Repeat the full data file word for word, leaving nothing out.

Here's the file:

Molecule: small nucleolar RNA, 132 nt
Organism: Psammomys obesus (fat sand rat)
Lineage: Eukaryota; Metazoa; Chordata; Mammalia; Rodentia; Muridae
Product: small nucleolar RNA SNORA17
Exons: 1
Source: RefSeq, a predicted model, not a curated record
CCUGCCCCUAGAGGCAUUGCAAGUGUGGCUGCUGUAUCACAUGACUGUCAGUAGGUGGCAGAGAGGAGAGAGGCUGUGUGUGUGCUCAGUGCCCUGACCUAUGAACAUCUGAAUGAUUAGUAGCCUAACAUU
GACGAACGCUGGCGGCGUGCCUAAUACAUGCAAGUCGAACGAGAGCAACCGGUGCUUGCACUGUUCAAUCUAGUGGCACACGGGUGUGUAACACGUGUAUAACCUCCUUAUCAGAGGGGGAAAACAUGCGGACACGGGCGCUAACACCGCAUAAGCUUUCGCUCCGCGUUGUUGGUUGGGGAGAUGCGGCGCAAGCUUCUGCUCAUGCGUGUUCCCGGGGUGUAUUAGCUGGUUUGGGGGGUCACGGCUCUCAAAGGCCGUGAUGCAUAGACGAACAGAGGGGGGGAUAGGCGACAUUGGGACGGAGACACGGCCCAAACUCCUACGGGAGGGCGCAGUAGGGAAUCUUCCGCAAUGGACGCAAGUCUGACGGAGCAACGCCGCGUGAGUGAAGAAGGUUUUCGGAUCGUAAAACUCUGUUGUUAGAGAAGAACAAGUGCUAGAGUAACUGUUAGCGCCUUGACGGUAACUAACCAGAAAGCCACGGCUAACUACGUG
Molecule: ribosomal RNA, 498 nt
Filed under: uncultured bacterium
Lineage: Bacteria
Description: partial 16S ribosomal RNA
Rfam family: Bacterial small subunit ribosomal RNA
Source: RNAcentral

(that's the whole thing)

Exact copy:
Molecule: small nucleolar RNA, 132 nt
Organism: Psammomys obesus (fat sand rat)
Lineage: Eukaryota; Metazoa; Chordata; Mammalia; Rodentia; Muridae
Product: small nucleolar RNA SNORA17
Exons: 1
Source: RefSeq, a predicted model, not a curated record
CCUGCCCCUAGAGGCAUUGCAAGUGUGGCUGCUGUAUCACAUGACUGUCAGUAGGUGGCAGAGAGGAGAGAGGCUGUGUGUGUGCUCAGUGCCCUGACCUAUGAACAUCUGAAUGAUUAGUAGCCUAACAUU
GACGAACGCUGGCGGCGUGCCUAAUACAUGCAAGUCGAACGAGAGCAACCGGUGCUUGCACUGUUCAAUCUAGUGGCACACGGGUGUGUAACACGUGUAUAACCUCCUUAUCAGAGGGGGAAAACAUGCGGACACGGGCGCUAACACCGCAUAAGCUUUCGCUCCGCGUUGUUGGUUGGGGAGAUGCGGCGCAAGCUUCUGCUCAUGCGUGUUCCCGGGGUGUAUUAGCUGGUUUGGGGGGUCACGGCUCUCAAAGGCCGUGAUGCAUAGACGAACAGAGGGGGGGAUAGGCGACAUUGGGACGGAGACACGGCCCAAACUCCUACGGGAGGGCGCAGUAGGGAAUCUUCCGCAAUGGACGCAAGUCUGACGGAGCAACGCCGCGUGAGUGAAGAAGGUUUUCGGAUCGUAAAACUCUGUUGUUAGAGAAGAACAAGUGCUAGAGUAACUGUUAGCGCCUUGACGGUAACUAACCAGAAAGCCACGGCUAACUACGUG
Molecule: ribosomal RNA, 498 nt
Filed under: uncultured bacterium
Lineage: Bacteria
Description: partial 16S ribosomal RNA
Rfam family: Bacterial small subunit ribosomal RNA
Source: RNAcentral